Dark Cloud Cover | Bearish Piercing Line

day 1 bullish candlestick, gap up 2nd bearish candlestick

The Dark Cloud Cover or Bearish Piercing Line is a trend reversal pattern that occurs at the top of an uptrend or congestion band. The candlestick on the first day is a long bullish candlestick and the second candlestick is long bearish candlestick. The second day candlestick opens above the previous day’s high and ends up closing within the price range of the previous day’s real body. A less strict definition suggests that the second day candle can open above the previous day’s close rather than its high. According to Nison’s (1991, p. 44) research, many technical analysts require the bearish candlestick to penetrate and close more than 50% into the previous day’s real body. For those familiar with the bearish engulfing pattern, the bearish piercing line is essentially an incomplete bearish engulfing pattern, since a bearish engulfing pattern’s second day bearish candlestick penetrates and closes more than 100% past the real body of the first day’s bullish candlestick.

Psychology of Bearish Piercing Line

gap up on second day candlestick is rejected

The market psychology of the bearish piercing line is explained next. The market is moving upwards when a large bullish candle appears making a new high. The next day the price gaps upward making yet another new high, so far the bulls have been completely in charge. However, instead of the price continuing to go higher, the price begins to sell off and sells off so much that it ends up eliminating over half of the gains of the bullish candle on the previous day. Essentially the new highs of the past uptrend have been rejected, the bears have had enough.

Traits Increasing Dark Cloud Cover Candlestick Pattern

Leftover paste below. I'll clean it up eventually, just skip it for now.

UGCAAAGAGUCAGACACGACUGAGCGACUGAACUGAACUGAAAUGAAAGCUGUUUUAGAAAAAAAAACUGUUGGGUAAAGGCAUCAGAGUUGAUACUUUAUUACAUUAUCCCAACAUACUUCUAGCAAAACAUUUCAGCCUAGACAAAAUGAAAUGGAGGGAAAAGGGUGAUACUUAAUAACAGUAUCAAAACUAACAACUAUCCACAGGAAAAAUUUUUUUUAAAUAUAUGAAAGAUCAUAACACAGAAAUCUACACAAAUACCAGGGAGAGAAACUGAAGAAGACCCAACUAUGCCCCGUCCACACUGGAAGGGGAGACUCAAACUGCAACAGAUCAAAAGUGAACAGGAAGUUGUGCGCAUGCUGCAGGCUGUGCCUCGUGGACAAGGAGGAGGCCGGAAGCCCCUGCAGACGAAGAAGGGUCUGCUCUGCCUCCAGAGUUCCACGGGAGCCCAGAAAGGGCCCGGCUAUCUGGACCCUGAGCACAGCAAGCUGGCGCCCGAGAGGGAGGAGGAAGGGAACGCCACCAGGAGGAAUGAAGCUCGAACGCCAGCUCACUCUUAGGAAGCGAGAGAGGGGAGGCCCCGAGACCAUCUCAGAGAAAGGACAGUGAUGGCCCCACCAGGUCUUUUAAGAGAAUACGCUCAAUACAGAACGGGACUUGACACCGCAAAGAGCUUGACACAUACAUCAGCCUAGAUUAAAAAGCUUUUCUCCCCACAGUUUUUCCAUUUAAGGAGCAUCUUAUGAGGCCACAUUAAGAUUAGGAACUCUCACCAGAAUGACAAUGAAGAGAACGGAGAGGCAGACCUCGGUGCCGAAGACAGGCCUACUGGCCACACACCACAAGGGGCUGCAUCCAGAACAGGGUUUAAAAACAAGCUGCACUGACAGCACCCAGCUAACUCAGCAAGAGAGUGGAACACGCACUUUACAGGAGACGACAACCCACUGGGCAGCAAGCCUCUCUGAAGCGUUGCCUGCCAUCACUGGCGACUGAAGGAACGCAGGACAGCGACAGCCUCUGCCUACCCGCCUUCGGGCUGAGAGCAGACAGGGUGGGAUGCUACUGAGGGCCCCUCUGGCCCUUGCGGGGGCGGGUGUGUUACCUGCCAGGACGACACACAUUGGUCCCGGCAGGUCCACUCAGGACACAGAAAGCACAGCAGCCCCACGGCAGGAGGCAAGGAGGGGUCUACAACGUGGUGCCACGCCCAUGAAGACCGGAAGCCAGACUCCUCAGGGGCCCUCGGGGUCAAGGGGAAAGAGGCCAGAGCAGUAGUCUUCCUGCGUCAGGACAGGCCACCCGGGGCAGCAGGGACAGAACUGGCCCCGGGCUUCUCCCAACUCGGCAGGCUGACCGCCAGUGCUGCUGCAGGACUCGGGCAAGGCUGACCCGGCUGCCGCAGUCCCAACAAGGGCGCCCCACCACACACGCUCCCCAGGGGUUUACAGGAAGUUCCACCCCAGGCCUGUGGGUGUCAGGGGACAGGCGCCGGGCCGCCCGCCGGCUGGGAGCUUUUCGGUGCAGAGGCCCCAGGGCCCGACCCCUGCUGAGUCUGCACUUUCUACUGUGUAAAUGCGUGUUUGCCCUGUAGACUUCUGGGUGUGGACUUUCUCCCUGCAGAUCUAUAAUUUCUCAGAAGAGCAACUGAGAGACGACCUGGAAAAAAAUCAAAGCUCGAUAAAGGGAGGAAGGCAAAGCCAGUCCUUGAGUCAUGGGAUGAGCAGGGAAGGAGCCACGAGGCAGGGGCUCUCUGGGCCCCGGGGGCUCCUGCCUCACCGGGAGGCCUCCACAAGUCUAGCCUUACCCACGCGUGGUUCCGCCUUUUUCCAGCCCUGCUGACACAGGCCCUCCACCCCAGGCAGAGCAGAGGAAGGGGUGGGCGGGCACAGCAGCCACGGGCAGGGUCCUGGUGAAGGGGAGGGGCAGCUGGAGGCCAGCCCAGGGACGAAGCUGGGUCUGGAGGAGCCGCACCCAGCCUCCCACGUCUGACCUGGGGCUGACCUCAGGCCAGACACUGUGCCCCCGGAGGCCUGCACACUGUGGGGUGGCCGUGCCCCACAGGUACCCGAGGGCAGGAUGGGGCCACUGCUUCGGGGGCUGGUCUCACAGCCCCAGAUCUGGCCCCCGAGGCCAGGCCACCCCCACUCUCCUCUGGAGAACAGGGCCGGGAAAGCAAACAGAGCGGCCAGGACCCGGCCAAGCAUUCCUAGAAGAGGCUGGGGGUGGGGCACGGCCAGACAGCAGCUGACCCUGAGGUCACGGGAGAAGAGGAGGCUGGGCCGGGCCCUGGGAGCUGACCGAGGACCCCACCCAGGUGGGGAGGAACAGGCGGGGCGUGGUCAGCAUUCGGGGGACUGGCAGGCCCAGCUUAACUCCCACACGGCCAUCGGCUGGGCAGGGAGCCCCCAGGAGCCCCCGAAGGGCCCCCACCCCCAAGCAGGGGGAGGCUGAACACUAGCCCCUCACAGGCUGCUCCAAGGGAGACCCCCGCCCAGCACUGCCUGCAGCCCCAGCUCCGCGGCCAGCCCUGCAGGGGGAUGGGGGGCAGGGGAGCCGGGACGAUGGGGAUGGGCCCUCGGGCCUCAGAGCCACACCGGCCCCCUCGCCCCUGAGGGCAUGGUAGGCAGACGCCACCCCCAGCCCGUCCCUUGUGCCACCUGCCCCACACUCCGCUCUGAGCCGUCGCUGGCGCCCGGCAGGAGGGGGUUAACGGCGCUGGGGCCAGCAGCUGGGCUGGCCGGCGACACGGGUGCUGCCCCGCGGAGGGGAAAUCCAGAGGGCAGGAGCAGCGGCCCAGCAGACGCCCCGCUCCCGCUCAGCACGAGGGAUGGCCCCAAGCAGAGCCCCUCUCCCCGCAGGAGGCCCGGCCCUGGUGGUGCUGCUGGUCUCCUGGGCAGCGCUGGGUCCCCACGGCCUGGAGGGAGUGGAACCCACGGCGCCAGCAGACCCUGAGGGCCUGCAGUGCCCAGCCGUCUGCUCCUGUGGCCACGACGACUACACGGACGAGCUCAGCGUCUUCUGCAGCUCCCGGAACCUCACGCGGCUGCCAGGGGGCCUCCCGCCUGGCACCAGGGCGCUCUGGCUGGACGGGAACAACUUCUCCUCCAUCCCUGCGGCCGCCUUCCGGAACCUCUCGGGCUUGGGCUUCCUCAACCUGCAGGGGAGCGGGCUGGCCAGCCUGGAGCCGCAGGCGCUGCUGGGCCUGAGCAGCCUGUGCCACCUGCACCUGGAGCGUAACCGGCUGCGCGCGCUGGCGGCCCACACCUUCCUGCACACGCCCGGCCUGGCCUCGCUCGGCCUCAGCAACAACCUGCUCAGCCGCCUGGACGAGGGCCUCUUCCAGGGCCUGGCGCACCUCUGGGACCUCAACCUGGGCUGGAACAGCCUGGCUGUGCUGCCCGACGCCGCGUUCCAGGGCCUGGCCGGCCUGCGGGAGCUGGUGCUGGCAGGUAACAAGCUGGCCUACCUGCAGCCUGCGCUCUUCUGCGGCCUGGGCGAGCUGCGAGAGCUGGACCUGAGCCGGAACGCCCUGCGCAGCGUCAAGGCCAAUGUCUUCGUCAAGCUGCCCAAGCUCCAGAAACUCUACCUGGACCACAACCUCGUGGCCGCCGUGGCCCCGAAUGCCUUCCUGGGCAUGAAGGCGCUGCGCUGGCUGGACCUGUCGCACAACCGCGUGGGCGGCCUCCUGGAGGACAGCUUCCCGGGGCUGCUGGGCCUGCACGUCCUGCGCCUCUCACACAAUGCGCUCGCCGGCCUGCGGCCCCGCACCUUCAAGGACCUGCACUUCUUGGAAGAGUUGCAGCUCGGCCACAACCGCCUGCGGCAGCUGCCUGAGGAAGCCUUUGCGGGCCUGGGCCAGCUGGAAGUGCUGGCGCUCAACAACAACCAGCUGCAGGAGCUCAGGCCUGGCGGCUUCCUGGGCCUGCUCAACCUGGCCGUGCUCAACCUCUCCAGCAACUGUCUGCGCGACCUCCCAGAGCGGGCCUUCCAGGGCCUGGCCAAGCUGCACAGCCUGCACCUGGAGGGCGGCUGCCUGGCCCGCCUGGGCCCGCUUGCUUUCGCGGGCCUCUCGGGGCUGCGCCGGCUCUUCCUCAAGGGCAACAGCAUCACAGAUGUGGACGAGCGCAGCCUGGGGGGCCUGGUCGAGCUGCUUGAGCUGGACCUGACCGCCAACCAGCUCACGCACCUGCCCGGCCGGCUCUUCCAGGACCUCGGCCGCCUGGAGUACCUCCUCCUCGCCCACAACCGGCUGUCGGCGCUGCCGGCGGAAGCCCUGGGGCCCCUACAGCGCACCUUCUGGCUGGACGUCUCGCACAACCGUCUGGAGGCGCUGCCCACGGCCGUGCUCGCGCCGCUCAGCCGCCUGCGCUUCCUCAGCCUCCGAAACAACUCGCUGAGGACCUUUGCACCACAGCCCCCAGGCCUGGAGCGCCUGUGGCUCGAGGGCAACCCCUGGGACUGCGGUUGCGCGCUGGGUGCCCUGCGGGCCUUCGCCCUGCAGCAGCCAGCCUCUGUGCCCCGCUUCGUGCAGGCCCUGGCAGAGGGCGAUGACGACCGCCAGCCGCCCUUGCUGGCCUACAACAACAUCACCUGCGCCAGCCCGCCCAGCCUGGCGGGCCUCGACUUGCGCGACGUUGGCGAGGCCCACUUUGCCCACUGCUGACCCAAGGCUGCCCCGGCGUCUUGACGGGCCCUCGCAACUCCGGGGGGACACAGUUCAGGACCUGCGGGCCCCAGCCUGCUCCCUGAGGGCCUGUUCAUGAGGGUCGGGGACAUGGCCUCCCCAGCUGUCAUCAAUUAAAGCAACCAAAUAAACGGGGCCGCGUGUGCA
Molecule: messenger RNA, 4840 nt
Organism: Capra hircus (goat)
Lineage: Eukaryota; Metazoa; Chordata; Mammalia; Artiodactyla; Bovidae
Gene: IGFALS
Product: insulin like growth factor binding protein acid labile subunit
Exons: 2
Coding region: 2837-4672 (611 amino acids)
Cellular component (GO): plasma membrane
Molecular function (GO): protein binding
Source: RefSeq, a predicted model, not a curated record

further 2nd day penetrates 1st day the more bearish

Traits that increase a Dark Cloud Cover’s importance is given below (Nison, 1991, p. 44):

  • The greater the penetration of the second day’s bearish candlestick into the price levels of the first day’s bullish candlestick, the “greater the chance for a top”.
    Reason: By viewing the second day’s bearish candle as a rejection of the first day’s bullish candle, the more the second day’s bearish candlestick penetrates into the price levels of the first day’s bullish candlestick the more powerful the bears are showing themselves to be. 50% is a half rejection of the bulls, 100% is a complete rejection of the bulls, thus the higher the percentage of penetration the stronger the bears rejection of the current upward trend.
  • A major resistance area is penetrated when the second day opens above the resistance area but then prices fall and close below the resistance area.
    Reason: A failed breakout above resistance is a sign to the bulls that they have failed and the confirmation that the resistance is still intact gives confidence to the bears who will now begin selling.
  • High volume accompanies the second day bearish candlestick’s opening.